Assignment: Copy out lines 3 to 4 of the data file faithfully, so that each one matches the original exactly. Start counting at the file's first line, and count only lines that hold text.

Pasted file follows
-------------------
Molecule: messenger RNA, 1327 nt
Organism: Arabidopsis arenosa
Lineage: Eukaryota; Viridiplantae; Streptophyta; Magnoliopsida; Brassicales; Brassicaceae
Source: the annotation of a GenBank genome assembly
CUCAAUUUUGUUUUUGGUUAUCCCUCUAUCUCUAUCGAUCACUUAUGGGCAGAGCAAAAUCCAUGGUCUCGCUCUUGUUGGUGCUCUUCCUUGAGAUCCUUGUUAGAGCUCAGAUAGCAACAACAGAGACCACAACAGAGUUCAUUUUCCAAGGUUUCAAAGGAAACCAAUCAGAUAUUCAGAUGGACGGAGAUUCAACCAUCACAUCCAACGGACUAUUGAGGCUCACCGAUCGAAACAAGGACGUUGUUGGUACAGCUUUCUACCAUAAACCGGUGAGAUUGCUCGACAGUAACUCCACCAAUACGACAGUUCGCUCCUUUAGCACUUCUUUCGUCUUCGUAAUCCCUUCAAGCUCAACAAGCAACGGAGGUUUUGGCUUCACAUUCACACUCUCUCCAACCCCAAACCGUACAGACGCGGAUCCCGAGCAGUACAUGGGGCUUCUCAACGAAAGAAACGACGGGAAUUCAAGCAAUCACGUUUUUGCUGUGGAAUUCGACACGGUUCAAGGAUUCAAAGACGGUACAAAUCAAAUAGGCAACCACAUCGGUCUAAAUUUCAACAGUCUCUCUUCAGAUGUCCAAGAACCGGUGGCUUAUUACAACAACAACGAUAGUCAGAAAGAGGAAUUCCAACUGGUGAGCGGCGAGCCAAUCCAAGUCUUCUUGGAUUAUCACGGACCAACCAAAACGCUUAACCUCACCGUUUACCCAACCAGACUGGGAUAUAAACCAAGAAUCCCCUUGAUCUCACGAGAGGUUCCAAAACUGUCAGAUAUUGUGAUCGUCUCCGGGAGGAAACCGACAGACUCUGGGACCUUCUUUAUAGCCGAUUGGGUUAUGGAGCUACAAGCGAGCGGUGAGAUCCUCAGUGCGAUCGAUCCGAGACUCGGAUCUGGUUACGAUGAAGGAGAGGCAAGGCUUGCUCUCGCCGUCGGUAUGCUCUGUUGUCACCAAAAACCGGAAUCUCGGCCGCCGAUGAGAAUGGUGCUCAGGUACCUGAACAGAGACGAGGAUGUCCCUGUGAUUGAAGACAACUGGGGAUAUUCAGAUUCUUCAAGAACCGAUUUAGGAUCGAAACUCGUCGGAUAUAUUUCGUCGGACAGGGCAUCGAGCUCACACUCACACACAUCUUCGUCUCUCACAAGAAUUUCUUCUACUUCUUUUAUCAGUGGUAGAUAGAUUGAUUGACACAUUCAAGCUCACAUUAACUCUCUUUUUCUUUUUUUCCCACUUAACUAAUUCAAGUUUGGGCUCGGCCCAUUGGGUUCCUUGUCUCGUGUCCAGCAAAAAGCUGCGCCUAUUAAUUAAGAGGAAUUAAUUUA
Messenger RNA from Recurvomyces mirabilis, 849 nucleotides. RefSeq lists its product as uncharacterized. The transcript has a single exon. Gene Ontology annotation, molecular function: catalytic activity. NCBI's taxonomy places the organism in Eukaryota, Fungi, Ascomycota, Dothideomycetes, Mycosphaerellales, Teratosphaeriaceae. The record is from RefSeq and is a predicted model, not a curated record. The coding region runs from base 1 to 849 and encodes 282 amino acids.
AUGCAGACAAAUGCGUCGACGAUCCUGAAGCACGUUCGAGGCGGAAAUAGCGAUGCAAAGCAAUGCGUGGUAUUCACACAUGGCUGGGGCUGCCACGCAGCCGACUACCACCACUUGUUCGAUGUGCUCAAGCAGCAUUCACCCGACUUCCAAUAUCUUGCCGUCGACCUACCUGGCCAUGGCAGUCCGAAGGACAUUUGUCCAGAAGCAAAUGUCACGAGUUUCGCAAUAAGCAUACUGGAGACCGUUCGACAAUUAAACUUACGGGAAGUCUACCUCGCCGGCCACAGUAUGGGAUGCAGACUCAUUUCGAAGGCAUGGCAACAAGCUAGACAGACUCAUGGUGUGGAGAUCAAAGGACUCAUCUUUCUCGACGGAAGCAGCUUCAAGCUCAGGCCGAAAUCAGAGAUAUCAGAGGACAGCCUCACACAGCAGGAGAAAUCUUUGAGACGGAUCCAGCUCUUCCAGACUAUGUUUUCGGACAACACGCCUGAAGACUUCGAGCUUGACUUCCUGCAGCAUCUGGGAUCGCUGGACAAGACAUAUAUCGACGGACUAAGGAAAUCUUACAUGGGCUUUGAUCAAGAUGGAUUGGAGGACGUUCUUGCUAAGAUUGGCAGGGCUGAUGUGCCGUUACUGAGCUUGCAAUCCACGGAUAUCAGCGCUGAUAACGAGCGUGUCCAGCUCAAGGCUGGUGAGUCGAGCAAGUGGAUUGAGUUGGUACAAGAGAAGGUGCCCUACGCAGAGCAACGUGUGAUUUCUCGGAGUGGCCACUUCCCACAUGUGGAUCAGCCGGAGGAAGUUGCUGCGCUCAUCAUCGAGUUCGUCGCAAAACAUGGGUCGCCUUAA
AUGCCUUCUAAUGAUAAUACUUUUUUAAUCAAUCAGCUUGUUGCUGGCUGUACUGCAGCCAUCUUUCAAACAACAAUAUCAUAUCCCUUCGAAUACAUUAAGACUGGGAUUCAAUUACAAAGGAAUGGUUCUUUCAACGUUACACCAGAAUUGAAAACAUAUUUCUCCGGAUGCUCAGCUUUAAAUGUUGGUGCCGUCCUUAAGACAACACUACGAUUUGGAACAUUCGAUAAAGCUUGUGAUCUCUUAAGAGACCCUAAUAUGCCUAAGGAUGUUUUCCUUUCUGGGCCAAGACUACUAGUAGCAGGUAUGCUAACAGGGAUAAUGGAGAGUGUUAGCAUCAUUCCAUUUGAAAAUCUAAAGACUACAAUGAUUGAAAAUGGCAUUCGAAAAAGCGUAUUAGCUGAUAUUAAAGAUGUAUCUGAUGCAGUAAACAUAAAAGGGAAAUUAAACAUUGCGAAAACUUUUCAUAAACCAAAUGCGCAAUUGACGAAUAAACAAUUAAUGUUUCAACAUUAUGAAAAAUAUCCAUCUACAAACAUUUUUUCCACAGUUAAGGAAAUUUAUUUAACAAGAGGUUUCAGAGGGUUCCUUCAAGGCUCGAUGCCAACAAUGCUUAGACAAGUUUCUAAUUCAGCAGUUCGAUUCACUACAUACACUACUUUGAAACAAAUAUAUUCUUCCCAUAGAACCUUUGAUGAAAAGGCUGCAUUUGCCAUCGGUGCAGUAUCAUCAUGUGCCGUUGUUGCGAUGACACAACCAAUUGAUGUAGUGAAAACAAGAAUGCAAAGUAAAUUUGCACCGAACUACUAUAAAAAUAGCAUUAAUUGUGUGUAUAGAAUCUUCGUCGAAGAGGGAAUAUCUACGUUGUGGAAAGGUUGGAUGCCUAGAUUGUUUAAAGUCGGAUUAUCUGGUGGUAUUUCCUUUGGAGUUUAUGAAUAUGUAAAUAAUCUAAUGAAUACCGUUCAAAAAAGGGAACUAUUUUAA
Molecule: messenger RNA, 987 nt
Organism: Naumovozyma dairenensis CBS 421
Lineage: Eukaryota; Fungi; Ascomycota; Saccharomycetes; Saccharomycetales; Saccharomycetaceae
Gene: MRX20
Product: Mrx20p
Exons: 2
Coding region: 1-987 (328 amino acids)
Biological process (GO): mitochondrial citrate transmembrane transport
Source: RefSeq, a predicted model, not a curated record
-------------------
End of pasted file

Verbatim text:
Lineage: Eukaryota; Viridiplantae; Streptophyta; Magnoliopsida; Brassicales; Brassicaceae
Source: the annotation of a GenBank genome assembly